“Apart from making us sit on the ground, Brahmins and Rajputs make us wash our glasses after we drink tea at their homes, but when Rajputs come to our house, we do not make them wash the glass. Brahmins do not even drink tea at our homes,” said Kol.
Ram Kumar Loni, a 28-year-old farmer from the Loni community of the OBCs, who grows paddy and wheat, also spoke of Brahmins and Rajputs never washing their used utensils but expecting people from the backwards classes to do the same.
When asked if casteism angered him, Loni laughed and said, “We get angry, but as it is tradition, and it happens to everyone, so we accept the discrimination.”
Suraj Loni, a farmer who grows paddy and wheat, said, “Our ancestors faced discrimination, and now our children are being raised similarly. We can't protest against the discrimination because we have no government support.”
Weddings & Groceries
When Brahmins go to a wedding in the Loni community, Suraj Loni said, they have to make special arrangements for their meals; the host buys the groceries, but a Brahmin cooks the food for other Brahmin guests.
“We can invite them, buy groceries for them, but we cannot serve them,” he said. “But when we go to the homes of Brahmins, we have to pick our (disposable) plates and throw them away.”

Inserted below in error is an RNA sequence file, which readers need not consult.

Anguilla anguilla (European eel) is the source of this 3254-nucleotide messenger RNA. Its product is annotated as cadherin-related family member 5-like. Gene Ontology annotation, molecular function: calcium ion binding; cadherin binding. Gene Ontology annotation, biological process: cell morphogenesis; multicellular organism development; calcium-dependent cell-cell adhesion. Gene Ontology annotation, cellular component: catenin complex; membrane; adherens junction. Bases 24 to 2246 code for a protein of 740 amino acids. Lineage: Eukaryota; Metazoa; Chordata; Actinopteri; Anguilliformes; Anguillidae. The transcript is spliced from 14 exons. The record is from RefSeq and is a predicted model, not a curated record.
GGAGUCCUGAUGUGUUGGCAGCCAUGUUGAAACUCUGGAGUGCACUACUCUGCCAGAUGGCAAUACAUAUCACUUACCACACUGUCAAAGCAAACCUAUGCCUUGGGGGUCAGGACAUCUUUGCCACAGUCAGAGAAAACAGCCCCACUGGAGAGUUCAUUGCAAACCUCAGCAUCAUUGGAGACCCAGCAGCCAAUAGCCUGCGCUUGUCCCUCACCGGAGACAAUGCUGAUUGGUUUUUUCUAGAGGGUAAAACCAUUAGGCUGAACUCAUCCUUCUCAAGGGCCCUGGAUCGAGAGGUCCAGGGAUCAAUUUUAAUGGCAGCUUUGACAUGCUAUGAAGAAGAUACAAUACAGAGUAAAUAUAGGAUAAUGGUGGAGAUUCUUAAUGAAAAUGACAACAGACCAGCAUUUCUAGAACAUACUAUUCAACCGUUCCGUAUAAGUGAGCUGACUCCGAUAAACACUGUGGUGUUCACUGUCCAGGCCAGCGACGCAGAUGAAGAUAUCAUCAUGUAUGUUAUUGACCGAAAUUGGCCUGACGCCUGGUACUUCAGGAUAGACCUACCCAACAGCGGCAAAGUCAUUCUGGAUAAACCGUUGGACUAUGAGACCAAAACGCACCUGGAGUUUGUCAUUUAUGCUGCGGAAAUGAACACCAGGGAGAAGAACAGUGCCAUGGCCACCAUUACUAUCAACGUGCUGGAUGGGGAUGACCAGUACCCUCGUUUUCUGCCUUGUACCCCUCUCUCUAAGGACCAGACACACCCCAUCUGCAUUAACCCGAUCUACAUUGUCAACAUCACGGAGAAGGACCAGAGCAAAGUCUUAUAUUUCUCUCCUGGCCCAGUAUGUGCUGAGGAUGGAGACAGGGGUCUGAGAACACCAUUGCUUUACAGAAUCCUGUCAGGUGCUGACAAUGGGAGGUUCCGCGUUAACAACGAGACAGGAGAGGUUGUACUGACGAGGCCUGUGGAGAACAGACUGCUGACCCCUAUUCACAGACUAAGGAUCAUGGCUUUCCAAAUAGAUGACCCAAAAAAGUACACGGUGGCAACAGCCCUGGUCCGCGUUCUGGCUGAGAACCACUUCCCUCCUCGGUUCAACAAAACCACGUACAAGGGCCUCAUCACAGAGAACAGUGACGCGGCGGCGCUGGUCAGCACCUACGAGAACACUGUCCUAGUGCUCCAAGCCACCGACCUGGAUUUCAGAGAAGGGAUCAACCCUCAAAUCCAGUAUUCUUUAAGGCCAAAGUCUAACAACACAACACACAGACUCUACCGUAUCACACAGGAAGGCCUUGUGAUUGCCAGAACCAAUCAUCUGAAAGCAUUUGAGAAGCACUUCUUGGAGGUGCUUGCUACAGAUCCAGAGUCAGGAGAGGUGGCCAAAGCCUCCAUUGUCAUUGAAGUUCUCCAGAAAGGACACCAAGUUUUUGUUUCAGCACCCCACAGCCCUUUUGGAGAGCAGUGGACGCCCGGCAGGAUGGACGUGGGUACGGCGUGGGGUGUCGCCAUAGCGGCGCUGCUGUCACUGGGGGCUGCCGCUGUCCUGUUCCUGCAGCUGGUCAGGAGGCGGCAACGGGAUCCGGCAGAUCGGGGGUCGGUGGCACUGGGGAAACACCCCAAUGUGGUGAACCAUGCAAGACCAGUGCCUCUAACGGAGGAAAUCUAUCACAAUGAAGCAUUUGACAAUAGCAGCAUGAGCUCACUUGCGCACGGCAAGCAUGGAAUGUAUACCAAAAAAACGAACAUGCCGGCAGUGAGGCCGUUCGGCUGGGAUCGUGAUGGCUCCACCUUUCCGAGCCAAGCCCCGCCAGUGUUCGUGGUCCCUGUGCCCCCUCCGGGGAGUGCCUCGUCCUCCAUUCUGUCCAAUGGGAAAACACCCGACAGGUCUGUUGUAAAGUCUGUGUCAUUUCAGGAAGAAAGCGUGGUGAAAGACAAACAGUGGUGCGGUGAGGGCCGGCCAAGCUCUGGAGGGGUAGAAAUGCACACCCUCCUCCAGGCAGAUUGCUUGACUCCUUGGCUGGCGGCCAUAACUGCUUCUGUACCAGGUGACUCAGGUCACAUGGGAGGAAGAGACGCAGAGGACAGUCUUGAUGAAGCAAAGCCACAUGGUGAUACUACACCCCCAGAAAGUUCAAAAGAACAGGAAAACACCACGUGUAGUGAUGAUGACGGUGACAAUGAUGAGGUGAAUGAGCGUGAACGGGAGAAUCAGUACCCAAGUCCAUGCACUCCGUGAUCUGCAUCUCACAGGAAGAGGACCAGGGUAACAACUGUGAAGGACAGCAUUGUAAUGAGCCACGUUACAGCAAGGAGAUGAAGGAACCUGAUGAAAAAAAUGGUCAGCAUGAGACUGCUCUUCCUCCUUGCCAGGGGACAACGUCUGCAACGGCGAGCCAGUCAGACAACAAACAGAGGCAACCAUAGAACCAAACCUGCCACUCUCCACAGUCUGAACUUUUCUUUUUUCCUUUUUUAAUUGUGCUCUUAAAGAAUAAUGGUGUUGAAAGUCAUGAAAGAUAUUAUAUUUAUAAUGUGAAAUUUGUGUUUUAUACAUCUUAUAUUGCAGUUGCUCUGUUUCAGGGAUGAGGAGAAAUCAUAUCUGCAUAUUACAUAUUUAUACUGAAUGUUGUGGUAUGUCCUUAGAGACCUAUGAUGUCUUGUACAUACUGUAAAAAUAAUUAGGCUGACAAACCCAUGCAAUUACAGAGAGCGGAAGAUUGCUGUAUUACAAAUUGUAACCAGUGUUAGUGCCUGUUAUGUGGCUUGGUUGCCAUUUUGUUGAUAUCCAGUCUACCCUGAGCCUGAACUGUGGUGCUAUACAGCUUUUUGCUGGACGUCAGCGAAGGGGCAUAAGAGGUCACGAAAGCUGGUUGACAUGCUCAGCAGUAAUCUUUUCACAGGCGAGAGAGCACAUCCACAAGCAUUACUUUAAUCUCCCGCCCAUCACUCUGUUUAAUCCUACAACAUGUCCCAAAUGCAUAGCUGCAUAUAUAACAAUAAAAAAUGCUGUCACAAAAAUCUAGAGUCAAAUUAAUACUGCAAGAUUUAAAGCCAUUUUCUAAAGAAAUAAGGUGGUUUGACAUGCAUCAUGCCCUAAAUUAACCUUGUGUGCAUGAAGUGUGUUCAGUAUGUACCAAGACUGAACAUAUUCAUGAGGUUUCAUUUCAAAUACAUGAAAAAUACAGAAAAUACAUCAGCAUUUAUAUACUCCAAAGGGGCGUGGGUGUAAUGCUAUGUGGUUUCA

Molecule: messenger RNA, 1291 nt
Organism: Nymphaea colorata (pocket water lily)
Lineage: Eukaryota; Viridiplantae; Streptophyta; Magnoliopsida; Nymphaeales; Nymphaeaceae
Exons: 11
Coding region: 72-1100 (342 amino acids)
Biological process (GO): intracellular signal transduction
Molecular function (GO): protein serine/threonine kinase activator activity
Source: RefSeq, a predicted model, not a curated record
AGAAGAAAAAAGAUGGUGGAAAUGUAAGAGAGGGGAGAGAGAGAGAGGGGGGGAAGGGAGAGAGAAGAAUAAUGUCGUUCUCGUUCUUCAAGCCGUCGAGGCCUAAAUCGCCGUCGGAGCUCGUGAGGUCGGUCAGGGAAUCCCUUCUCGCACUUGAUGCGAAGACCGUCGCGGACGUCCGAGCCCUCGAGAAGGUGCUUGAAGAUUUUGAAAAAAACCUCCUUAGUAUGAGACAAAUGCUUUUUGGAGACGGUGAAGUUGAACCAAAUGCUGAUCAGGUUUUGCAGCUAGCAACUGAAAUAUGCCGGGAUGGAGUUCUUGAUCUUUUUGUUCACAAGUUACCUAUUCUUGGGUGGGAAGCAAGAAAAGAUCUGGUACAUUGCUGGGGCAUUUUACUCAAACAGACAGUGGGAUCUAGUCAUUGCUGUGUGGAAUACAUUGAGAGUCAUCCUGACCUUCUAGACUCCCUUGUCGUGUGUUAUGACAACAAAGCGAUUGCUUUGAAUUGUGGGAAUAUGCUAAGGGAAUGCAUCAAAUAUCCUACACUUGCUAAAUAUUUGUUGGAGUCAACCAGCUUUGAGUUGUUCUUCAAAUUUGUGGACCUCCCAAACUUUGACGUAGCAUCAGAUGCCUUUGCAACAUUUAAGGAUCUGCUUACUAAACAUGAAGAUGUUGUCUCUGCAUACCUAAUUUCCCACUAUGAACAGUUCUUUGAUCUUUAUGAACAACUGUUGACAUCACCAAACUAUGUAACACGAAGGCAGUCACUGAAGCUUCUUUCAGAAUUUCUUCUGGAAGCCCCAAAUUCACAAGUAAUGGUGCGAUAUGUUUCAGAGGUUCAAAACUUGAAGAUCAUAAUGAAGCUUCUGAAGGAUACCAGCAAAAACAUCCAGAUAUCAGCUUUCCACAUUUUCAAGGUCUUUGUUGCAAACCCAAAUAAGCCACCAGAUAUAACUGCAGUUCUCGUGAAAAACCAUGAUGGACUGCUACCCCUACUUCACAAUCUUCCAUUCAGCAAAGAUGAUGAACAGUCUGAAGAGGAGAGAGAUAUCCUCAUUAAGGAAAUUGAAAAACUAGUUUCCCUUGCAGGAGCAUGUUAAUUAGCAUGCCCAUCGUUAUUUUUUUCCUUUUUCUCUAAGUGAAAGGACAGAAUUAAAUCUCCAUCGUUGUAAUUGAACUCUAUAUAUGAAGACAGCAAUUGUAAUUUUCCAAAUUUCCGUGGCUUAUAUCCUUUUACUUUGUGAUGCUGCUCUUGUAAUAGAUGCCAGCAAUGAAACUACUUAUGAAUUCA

The Loni men said OBC and Dalits were forced to be subservient to Brahmin and Rajput children, with greetings like “Dada salaam”, which were never reciprocated.
“We know our community is facing injustice. Some of our people have stopped going to the homes of Brahmins and Rajputs, but we do not have any other option but to follow the rules,” said Suraj Kumar Loni.
“Hame Brahmin hi bataye hai ki ghar mein pooja path karwane se aur katha karwane se moksh ki praapti hogi. Ab bhagwan ki pooja bahi(Brahmin) hi karwa sakte hain. Pehle hamare bajurg log sunte rahe hain. Ab hum log bhi sun rahe hain,” said Ram Kumar Loni. (Brahmins tell us prayer and rituals are the paths to salvation. Only Brahmins can perform the rituals. Our ancestors used to listen to them and now we listen to them.”)
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(Sandeep Singh is a roving journalist from Punjab.)